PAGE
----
Tel Megiddo

10 Things You Probably Didn’t Know About the Ancient City of Armageddon

The city of Armageddon is classified as the location of the end of the world in the Book of Revelations.

Megiddo or Armageddon is an ancient site that was inhabited from around 7000 B.C. to 300 B.C. It is believed that uncountable battles were fought near the ancient city of Megiddo during that period. Moreover, the Book of Revelation states that the final battle would one day take place near the ancient city of Armageddon.

Remnants of the gate of Armageddon.

The ancient city of Armageddon is mentioned in numerous ancient texts. What remains today is just a mound that ancient humans left behind thousands of years ago. According to various experts and archaeologists, the mound contains remnants of at least 20 ancient cities, constructed one on top of another. It’s quite interesting to see that there were various Armageddon cities back in the olden days, all built on the same spot.

Jugs found in Bronze Age tombs held vanilla residues. Source: THE MEGIDDO EXPEDITION

Following are ten fascinating facts regarding the ancient city of Armageddon:

1) Chalcolithic period remnants have been discovered from the ancient site of Megiddo:

People dwelled in the ancient city of Megiddo from approximately 7000 BCE to 300 BCE. However, the lowest ones in the mound date back to the Chalcolithic period c 4500–3500 BCE. 

2) Armageddon is basically a massive heap of ruined cities: 

The “mound” of Megiddo in northern Israel is not a mountain, but a ‘Tel’; a hill built by multiple generations of people living and rebuilding on the same spot. 

3) Multiple significant personages of the ancient era took part in the battles of Armageddon:

As stated before, multiple battles have been fought near Megiddo. For example, Egyptian pharaoh Thutmose III, belonging from c 1479 – 1425, defeated various armies near the city. Because of his victories, ancient Egypt managed to seize quite a bit of portion of the eastern Mediterranean.  

4) An old, bronze age tomb was discovered in one of the ruined caves of Megiddo: 

Moreover, a tomb dated back to 1600 B.C.E., contained nine individuals, including a man between 45 and 60 years old wearing a gold circlet, as well as a gold bangle and other jewellery items. Also, nearby lay a woman aged 25 to 40 with an elegant silver pin shaped like a duck head. Archaeologists ultimately concluded that the grave belonged to a family of the bronze age.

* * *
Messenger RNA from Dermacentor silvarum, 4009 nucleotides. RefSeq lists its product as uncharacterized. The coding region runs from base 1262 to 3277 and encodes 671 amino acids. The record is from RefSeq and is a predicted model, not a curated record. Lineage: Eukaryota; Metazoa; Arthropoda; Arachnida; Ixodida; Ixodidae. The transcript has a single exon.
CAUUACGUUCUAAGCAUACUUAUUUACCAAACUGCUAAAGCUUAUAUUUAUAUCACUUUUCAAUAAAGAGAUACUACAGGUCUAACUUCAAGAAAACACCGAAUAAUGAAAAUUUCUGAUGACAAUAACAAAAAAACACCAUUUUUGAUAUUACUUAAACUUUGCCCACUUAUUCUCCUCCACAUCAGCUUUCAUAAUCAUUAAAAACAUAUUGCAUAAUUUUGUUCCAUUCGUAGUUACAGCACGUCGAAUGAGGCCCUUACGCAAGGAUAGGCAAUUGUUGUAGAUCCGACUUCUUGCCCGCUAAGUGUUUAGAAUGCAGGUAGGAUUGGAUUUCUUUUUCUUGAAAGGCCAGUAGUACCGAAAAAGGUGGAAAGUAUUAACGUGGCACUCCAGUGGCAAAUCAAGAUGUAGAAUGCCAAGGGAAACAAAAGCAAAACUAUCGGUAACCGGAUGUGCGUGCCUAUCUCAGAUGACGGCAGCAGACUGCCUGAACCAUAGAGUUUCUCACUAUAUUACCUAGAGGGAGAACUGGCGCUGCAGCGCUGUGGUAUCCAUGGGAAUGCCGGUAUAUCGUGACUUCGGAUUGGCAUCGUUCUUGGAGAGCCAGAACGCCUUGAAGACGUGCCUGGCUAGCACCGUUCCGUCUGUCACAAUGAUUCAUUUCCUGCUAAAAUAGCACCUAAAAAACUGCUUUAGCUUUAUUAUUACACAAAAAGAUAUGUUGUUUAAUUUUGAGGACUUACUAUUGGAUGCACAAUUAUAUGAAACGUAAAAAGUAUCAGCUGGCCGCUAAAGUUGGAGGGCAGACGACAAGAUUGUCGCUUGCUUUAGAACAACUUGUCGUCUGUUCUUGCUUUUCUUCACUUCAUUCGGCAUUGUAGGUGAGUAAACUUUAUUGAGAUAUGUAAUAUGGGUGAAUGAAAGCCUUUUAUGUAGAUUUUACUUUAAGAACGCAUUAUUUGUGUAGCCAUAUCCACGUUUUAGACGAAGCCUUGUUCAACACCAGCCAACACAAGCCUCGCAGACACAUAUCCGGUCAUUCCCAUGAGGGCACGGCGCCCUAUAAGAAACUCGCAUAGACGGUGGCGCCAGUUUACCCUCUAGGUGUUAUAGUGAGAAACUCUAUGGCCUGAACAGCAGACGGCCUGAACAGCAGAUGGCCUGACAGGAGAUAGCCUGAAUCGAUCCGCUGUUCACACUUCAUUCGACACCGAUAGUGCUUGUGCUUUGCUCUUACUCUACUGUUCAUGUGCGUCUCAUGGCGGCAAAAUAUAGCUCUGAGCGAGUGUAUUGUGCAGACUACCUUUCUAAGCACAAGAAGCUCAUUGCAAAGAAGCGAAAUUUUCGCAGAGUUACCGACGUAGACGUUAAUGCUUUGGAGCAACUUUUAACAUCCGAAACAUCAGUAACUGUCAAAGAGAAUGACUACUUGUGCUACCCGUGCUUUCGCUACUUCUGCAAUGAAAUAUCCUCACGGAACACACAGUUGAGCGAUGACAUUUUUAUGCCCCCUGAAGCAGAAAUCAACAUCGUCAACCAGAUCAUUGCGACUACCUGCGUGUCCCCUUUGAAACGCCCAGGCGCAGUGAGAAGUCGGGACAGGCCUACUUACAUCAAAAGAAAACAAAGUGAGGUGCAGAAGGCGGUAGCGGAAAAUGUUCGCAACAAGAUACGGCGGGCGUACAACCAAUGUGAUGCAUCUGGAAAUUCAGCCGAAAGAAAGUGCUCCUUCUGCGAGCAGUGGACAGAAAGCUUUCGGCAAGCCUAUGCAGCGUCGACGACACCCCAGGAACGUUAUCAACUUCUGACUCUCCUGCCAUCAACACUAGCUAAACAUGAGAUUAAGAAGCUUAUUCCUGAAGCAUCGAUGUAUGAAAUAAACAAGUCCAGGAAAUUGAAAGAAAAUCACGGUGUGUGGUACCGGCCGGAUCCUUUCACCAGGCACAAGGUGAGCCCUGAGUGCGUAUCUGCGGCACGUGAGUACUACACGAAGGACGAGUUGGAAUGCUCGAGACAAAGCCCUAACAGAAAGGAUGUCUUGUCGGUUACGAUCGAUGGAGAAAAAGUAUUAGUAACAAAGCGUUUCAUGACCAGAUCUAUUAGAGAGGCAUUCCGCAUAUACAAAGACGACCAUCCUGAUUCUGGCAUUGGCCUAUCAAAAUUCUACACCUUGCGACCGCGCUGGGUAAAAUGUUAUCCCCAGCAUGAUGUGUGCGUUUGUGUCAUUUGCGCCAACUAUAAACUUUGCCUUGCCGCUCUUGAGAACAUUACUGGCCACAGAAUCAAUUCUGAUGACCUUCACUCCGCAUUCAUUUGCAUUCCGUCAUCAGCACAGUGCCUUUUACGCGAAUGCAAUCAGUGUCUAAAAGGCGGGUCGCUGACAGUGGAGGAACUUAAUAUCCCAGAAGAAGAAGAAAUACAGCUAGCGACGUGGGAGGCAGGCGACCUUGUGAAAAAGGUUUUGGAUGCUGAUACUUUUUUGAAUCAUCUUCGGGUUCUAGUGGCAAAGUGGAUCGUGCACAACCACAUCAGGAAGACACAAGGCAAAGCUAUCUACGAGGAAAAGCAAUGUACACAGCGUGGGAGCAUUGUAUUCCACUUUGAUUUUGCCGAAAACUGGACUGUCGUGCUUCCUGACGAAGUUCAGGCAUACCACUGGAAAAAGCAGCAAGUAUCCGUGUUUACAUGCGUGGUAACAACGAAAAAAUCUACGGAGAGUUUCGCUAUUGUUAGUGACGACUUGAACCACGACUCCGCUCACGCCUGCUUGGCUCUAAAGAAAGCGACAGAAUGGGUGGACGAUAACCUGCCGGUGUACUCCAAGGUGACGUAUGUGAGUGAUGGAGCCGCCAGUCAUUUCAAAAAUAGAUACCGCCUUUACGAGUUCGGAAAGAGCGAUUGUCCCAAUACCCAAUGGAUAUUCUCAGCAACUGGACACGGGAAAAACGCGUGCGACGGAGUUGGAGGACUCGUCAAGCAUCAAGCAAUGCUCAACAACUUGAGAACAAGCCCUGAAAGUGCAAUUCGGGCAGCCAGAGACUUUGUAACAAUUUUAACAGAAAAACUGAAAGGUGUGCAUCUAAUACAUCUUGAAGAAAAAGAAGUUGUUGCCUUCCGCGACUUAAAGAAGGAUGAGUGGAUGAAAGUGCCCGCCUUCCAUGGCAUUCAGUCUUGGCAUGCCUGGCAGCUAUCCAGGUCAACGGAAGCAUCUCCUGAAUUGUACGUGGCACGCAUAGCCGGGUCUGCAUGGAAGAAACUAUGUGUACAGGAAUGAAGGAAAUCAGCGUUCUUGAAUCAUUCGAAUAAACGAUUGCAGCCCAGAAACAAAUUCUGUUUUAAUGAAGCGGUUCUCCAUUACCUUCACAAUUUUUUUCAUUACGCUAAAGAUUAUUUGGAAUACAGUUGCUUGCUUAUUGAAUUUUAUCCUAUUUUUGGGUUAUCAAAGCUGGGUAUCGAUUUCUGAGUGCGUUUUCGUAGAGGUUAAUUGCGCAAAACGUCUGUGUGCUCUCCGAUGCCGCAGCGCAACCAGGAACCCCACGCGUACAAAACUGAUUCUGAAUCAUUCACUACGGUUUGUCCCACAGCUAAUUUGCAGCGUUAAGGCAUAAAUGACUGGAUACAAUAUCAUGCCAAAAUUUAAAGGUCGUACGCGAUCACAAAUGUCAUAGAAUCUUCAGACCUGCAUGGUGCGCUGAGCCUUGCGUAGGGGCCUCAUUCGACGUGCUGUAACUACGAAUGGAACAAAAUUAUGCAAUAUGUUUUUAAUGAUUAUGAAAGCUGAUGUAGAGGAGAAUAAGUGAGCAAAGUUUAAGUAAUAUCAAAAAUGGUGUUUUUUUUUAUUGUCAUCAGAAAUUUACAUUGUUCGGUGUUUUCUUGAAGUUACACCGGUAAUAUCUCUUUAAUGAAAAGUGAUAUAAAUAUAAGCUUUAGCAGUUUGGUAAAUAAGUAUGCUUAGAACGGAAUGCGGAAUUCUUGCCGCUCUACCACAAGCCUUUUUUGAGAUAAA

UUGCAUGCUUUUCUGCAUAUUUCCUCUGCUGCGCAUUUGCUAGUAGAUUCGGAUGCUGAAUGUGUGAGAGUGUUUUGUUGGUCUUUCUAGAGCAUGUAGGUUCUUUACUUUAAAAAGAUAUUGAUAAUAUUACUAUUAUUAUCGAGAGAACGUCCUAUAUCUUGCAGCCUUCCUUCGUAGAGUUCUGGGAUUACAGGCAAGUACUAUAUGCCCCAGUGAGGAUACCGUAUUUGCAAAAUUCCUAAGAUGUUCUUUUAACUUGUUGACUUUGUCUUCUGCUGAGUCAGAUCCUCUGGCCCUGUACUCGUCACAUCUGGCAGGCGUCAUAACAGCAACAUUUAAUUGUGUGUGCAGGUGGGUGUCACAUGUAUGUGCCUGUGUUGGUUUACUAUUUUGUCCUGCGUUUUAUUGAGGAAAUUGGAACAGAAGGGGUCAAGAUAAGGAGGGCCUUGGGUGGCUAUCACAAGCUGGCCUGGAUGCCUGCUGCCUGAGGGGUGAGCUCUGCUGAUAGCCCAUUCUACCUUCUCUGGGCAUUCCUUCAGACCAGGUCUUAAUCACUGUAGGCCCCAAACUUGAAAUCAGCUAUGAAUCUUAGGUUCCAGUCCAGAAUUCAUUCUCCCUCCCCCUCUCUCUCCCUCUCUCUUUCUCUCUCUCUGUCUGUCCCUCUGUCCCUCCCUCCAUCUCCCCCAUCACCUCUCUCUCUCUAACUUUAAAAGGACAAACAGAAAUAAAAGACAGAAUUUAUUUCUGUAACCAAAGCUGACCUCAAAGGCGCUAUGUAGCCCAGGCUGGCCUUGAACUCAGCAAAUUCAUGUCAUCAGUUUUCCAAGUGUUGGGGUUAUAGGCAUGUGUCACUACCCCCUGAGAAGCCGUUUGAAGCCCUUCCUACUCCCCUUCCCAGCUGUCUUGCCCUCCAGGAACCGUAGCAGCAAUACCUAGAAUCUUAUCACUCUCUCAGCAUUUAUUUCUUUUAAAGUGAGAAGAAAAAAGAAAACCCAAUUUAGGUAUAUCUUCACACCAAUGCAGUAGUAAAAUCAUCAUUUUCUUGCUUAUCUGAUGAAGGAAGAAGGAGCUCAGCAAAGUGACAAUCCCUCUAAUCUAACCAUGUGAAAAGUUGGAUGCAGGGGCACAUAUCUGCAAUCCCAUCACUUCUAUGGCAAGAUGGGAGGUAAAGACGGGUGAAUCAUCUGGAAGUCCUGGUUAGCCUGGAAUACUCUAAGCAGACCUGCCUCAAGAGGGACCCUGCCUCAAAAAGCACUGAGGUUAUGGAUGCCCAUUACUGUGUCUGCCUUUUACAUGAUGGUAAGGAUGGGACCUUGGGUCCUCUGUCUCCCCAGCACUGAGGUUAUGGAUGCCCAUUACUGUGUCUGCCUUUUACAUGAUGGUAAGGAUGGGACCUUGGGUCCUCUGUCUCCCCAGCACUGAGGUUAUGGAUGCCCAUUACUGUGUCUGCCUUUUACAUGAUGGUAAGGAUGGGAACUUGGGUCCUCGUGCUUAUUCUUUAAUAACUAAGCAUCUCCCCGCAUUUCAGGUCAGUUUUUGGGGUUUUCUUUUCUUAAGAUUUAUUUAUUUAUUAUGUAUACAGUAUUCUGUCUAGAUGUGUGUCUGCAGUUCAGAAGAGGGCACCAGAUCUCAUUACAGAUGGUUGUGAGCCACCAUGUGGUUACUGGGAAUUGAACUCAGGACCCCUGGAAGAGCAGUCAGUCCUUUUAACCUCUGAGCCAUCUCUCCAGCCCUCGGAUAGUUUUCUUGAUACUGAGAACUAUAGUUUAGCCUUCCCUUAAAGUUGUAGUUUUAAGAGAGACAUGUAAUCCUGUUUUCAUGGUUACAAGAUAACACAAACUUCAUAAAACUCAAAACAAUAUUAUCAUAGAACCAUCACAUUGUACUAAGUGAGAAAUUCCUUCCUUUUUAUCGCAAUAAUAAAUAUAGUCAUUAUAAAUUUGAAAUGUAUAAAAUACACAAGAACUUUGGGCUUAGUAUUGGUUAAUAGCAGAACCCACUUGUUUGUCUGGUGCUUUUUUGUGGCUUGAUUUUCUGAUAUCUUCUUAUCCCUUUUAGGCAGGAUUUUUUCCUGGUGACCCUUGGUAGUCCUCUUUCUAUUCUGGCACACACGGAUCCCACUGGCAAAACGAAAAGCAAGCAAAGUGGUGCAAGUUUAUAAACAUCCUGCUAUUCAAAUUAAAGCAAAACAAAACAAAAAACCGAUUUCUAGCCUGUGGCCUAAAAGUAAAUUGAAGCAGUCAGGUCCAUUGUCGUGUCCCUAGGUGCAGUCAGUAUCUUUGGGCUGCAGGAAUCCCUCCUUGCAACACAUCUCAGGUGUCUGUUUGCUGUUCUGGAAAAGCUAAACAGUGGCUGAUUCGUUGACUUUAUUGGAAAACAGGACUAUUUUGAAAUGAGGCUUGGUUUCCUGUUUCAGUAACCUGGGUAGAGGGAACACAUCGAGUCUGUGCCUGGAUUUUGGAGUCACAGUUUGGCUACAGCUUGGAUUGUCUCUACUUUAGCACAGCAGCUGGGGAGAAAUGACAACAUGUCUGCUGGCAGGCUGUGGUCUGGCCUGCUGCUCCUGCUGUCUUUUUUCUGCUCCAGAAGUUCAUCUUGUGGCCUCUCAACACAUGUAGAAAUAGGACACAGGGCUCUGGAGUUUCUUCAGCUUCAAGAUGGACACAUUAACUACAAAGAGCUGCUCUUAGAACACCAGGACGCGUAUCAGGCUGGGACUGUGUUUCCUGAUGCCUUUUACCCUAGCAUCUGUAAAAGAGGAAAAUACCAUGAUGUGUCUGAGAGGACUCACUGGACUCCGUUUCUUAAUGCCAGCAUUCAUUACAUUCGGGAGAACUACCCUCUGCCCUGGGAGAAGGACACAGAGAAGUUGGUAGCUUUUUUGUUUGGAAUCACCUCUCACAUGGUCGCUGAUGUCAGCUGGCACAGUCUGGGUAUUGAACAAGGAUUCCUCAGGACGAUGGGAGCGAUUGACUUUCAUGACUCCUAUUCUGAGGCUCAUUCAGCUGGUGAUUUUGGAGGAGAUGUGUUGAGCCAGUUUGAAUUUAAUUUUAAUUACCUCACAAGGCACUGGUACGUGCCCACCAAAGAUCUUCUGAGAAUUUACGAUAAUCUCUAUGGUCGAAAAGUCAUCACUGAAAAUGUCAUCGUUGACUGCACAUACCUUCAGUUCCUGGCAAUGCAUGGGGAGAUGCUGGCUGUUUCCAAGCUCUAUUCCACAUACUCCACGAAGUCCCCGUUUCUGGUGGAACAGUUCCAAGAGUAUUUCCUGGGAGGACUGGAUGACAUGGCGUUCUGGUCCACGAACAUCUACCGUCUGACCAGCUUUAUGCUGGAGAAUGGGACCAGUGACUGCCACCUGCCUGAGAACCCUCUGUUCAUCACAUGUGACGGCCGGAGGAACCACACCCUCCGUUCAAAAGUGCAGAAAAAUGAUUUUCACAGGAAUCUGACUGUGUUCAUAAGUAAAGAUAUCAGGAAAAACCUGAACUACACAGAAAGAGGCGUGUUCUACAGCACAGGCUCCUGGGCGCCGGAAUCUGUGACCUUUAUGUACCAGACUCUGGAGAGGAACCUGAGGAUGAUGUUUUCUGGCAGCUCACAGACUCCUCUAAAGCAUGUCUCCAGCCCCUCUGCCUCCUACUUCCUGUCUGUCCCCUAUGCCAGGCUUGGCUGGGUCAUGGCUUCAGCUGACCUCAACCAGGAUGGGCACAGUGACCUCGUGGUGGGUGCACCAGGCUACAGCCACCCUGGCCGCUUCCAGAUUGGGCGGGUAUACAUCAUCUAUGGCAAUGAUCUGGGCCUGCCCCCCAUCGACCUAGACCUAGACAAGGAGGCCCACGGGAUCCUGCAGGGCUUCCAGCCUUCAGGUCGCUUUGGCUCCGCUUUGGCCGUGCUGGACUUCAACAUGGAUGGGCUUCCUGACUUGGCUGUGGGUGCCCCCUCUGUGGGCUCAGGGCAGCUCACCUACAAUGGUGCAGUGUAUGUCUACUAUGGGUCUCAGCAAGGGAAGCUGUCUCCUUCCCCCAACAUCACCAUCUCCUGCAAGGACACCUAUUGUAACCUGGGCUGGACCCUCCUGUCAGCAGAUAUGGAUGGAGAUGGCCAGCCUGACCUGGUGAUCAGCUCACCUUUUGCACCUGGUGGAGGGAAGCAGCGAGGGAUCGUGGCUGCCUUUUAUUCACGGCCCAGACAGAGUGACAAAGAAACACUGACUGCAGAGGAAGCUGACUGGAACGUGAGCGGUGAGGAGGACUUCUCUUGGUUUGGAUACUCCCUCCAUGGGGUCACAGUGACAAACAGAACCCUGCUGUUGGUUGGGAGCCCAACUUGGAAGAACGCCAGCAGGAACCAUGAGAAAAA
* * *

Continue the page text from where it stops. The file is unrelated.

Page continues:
5) King Josiah fought Egyptian Pharaoh Necho II near Armageddon:

One more significant battle was fought near the ancient city of Armageddon. King Josiah of Judah fought Egyptian Pharaoh Necho II near Megiddo. King Josiah was ultimately defeated and killed during the notorious battle. Moreover, Judah was further destroyed a few decades later by the Babylonian king called Nebuchadnezzar II. 

6) Modern-day battles near Megiddo:

During World War I, an army led by Edmund Allenby brutally crushed an Ottoman army near the ancient city of Megiddo. The damage was so critical that the Ottoman Empire was forced to request a cease-fire afterwards.

7) Destruction of the city during the biblical era:

The ancient city of Megiddo was demolished in 1150 BCE, and the area was resettled by early Israelites. However, the city was abandoned around 586 BCE. Since then, the city of Megiddo has remained uninhabited.

8) Ancient trade war due to Megiddo:

The city of Armageddon was extremely significant back in the olden days mainly because whoever controlled Megiddo controlled the trade route between Egypt, Europe and Mesopotamia. Hence, multiple people fought over its possession.

9) The final battle or the end of the world near the city of Megiddo:

The city of Megiddo is classified as the location of the end of the world in the Book of Revelations mainly because it had been the focus of armed disputes throughout Israel’s history.

10) Significant archaeological findings from the caves of the city of Armageddon:

Numerous archaeological discoveries have been made at Megiddo over the decades. Experts discovered a series of “stables,” which the excavators thought were built by King Solomon himself. The idea or notion was disapproved and questioned by multiple important people in the field of history.

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